Walking With Jesus 

For all who are led by the Spirit of God are children of God. For you did not receive a spirit of slavery to
fall back into fear, but you have received a spirit of adoption. When we cry “Abba! Father!” it is that
very Spirit bearing witness with our spirit that we are children of God, and if children, then heirs, heirs of
God and joint heirs with Christ. Romans 8:14-17a.

My how I love to be with my family. I dearly loved, and continue to love our two sons and their families.
Each time I am with them and their children, I can see that family is very important to them also. Their
relationships are filled with security, happiness, abounding in hope for the future. They have faith in
each other, and they honor each other’s differences most of the time. They all have placed their faith in
God, and they all worship God so when I am with them I feel that we are all in God’s presence together.
What more could I ask for?

I only have grandsons, no granddaughters, and even though I would like to have had a girl or two in
that group of six, I can’t get enough of these guys. These grandsons, at times, have taught me to be a
child again, and at times to ask them questions to make them wonder about something that might
stretch their imagination. This Fall one of my six grandsons will be living with me for the first year of his
college education. I am sure this will mean I will also get more visits from his parents next year. Yea!
How I loved watching two of my grandsons play baseball as children, and one who played ice hockey.
It has been so much fun watching them grow up and become responsible adults and putting their trust
in Christ. I love my children, their wives, and my grandchildren. They bless my life because their love
is alive, and important to both them and me. Our grandchildren can remind us anew of the importance
of our relationship with God and how we need God’s guidance in our daily lives.

As Paul speaks of the power of the Spirit he points to our presence in God’s family. The Spirit makes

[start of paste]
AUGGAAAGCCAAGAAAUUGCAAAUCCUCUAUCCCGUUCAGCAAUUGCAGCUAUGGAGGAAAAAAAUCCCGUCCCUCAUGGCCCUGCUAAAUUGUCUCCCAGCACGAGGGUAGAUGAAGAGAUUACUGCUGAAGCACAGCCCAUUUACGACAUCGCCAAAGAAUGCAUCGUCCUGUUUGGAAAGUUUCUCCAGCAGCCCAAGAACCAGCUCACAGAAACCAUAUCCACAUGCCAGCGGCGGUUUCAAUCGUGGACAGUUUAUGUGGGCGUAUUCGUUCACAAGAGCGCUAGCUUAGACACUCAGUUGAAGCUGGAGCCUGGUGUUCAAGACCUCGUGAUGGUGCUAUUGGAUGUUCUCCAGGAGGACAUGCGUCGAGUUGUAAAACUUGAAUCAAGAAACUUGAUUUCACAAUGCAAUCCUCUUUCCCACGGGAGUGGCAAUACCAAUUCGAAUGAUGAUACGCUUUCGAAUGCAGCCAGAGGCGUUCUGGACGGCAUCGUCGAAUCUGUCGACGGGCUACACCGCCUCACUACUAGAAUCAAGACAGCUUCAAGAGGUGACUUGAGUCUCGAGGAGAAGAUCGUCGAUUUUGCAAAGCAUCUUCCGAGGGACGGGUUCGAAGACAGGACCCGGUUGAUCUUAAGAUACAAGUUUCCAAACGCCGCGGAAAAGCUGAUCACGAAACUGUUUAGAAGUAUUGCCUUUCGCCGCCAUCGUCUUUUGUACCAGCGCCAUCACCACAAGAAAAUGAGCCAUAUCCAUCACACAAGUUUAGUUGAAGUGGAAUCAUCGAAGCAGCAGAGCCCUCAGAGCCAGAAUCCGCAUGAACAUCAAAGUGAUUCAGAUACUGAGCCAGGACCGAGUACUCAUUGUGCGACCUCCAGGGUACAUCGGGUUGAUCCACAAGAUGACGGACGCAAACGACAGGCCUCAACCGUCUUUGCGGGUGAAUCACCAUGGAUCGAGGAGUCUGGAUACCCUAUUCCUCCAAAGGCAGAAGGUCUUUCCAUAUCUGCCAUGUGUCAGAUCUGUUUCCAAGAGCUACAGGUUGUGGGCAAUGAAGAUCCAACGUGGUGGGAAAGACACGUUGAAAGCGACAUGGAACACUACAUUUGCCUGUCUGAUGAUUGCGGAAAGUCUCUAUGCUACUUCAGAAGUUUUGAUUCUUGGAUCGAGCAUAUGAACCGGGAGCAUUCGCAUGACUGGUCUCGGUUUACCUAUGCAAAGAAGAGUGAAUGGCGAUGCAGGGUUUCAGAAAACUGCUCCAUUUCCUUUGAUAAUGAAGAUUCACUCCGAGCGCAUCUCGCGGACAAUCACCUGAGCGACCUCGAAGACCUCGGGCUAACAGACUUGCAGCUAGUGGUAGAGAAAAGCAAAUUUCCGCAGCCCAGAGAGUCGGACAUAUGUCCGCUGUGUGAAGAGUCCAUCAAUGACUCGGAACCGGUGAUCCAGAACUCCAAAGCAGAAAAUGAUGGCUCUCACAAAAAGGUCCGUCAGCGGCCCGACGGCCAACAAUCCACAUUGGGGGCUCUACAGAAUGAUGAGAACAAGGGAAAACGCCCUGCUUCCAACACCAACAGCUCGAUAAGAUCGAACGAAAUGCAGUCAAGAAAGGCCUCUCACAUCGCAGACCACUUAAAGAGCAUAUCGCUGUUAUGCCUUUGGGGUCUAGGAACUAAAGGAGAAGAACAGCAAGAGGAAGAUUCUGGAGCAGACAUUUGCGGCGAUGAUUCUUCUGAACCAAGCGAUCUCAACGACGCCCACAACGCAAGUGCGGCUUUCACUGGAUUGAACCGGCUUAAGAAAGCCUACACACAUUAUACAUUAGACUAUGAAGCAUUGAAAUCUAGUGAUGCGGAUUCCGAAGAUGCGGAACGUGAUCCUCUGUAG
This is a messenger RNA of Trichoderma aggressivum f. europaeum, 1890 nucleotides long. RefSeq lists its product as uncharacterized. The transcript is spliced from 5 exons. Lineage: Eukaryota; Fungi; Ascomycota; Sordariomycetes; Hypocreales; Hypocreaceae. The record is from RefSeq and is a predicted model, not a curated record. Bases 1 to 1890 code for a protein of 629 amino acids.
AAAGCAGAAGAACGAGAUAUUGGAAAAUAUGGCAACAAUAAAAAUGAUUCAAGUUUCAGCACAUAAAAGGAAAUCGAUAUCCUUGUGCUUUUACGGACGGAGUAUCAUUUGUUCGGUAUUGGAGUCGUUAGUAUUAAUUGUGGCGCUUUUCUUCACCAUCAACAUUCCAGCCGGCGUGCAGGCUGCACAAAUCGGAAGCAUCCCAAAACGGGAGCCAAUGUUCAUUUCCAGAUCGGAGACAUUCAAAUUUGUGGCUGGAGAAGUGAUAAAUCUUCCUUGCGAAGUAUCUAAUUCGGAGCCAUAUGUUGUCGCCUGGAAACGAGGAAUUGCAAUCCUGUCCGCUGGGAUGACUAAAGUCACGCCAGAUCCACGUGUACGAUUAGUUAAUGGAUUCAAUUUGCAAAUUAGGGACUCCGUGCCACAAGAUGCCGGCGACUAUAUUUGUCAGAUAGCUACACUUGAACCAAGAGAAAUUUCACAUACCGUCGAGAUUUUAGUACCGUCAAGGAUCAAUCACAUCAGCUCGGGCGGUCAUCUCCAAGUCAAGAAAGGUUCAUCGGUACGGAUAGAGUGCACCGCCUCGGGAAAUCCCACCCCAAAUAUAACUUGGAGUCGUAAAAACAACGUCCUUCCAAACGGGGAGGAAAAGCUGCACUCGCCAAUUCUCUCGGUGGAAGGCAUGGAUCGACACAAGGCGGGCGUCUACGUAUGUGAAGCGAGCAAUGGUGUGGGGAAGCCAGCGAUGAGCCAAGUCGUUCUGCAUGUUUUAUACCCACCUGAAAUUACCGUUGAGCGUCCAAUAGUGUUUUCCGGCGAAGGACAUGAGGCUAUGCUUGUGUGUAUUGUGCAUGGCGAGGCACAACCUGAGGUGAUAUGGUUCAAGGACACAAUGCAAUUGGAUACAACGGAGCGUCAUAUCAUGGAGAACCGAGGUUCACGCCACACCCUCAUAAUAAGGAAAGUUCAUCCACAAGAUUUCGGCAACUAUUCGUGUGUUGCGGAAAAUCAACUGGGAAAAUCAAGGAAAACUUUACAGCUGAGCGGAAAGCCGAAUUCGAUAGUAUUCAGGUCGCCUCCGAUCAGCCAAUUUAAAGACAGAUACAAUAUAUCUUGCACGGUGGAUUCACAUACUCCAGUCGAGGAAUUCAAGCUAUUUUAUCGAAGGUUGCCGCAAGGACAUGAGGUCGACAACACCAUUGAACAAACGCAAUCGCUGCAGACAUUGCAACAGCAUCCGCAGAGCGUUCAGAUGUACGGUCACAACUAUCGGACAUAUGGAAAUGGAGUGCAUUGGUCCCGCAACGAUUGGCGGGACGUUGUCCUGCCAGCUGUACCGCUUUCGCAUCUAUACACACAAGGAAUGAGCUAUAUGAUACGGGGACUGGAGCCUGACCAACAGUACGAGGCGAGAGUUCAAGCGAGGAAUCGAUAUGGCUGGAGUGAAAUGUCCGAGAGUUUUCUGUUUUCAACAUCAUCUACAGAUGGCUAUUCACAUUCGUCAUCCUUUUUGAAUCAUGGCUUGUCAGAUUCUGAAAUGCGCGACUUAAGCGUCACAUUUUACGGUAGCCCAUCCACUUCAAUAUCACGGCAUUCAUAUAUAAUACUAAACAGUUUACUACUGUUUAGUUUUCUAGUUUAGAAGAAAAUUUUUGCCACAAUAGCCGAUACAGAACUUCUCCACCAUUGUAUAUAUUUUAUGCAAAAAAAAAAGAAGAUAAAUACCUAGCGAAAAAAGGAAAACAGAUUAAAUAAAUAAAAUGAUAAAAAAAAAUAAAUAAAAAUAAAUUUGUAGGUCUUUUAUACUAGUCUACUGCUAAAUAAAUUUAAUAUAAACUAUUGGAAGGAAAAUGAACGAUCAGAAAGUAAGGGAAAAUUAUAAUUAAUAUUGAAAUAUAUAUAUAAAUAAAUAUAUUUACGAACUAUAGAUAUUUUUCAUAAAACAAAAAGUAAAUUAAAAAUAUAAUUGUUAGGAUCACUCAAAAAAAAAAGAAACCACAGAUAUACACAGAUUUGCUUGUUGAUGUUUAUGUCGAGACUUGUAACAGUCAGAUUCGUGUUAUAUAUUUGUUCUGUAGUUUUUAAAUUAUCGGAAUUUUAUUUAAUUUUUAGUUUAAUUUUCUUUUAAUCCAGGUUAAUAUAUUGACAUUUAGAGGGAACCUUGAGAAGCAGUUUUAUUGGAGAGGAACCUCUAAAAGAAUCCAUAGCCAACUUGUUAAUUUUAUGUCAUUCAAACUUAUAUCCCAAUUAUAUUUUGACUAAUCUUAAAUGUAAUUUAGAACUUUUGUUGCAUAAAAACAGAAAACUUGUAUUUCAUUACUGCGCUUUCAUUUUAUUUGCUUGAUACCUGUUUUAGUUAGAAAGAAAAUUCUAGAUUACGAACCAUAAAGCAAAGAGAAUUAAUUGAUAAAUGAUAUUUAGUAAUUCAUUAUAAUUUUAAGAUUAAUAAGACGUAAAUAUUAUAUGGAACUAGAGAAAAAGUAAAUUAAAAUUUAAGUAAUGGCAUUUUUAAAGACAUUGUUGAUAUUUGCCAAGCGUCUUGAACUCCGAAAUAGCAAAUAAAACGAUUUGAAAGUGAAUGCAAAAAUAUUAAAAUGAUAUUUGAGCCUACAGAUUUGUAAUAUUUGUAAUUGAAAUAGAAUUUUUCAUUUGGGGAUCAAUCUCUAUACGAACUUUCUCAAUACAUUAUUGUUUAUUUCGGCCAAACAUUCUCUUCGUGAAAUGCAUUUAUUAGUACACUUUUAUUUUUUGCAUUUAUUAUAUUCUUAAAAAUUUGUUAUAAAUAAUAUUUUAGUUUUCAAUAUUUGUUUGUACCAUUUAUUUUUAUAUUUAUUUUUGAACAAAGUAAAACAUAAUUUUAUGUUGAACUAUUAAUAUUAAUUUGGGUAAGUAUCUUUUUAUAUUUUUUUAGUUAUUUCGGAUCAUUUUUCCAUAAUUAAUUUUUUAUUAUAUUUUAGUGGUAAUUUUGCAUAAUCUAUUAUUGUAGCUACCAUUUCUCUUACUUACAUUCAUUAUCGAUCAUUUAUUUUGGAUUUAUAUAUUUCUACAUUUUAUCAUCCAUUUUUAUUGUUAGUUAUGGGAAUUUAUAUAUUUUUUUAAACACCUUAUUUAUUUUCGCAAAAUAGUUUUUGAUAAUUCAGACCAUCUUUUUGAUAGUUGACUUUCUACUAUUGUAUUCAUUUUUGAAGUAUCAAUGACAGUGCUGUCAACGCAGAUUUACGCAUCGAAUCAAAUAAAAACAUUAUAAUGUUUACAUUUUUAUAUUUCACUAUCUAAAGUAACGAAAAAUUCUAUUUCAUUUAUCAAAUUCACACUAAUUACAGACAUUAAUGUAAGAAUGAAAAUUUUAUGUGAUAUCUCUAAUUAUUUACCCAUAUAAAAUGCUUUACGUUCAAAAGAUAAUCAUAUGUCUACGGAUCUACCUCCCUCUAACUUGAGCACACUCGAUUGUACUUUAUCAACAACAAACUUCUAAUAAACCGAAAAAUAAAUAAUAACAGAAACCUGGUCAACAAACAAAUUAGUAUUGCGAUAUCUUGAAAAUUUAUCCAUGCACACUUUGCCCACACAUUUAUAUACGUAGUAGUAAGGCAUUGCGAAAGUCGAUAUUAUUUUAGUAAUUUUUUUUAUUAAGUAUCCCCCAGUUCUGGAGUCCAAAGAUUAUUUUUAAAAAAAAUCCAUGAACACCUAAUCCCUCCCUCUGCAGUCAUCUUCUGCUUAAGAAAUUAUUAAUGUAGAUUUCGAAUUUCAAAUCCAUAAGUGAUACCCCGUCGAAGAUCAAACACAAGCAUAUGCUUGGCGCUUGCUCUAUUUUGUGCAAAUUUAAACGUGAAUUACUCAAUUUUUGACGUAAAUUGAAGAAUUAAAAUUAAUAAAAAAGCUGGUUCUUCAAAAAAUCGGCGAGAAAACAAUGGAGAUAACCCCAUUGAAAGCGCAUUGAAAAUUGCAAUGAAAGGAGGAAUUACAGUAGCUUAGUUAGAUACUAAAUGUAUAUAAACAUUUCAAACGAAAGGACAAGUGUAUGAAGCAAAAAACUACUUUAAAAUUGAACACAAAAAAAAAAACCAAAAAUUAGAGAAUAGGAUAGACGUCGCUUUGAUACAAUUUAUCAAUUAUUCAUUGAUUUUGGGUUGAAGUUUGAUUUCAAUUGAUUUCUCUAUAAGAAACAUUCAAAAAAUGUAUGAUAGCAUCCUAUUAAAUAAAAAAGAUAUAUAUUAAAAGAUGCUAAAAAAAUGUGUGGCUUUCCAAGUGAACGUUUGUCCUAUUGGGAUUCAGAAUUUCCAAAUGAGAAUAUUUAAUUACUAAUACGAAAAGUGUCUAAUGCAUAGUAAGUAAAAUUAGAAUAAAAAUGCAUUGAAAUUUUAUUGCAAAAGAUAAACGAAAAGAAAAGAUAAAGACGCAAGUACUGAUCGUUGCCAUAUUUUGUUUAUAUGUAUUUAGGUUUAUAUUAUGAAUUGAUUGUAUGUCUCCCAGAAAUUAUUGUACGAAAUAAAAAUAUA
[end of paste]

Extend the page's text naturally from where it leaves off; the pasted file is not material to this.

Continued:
us “children of God” and connects our lives with Christ, who has become our brother so that we now
know God as our Father. Paul implies we are “heirs” with Christ (8:17). In other words, all that Christ
shares with the Father as God’s Son (peace, life, righteousness) has now been given to us as well.
The Holy Spirit works in us to strengthen our relationship with Christ. This means the Spirit must be
very busy indeed. In our uncertain and faltering attempts at faith in Christ, the Holy Spirit is always at
work, helping us to overcome our own desire to be in control, or have our own way. When we seek
comfort, the Holy Spirit reminds us of how Christ seeks the lost sheep and forgives a betrayer like
Peter. When we need correcting, the Spirit helps us recall Christ’s command to not let love of money
control our thoughts and actions, and our need to forgive others — even our enemies.

The Spirit reaches out to embrace and encourage us to stay connected to other family members. The
Holy Spirit is not something we manage or direct. God seeks to make us his children by adoption.
When a child is adopted by a family the child usually has little to say about the process. It happens to
them because a couple is seeking the child and social workers help them to make that happen. Neither
do we earn membership in God’s family. Martin Luther commented on the work of the Holy Spirit in the
third article of the Apostles’ Creed when he said “I believe that by my own understanding or strength I
cannot believe in Jesus Christ my Lord or come to him, but instead the Holy Spirit has called me
through the gospel, enlightened me with his gifts, made me holy and kept me in the true faith…” The
work of the Holy Spirit continually draws us to Christ and God’s family, in spite of our desires.

Questions:

  1. How are you relating to your whole family of God, not just those in your congregation?
  2. What can you do to reach out to some of those family members who are lonely or seem to be
    outside the family of God in their relationship?
  3. How has God blessed you as his child with other family relationships?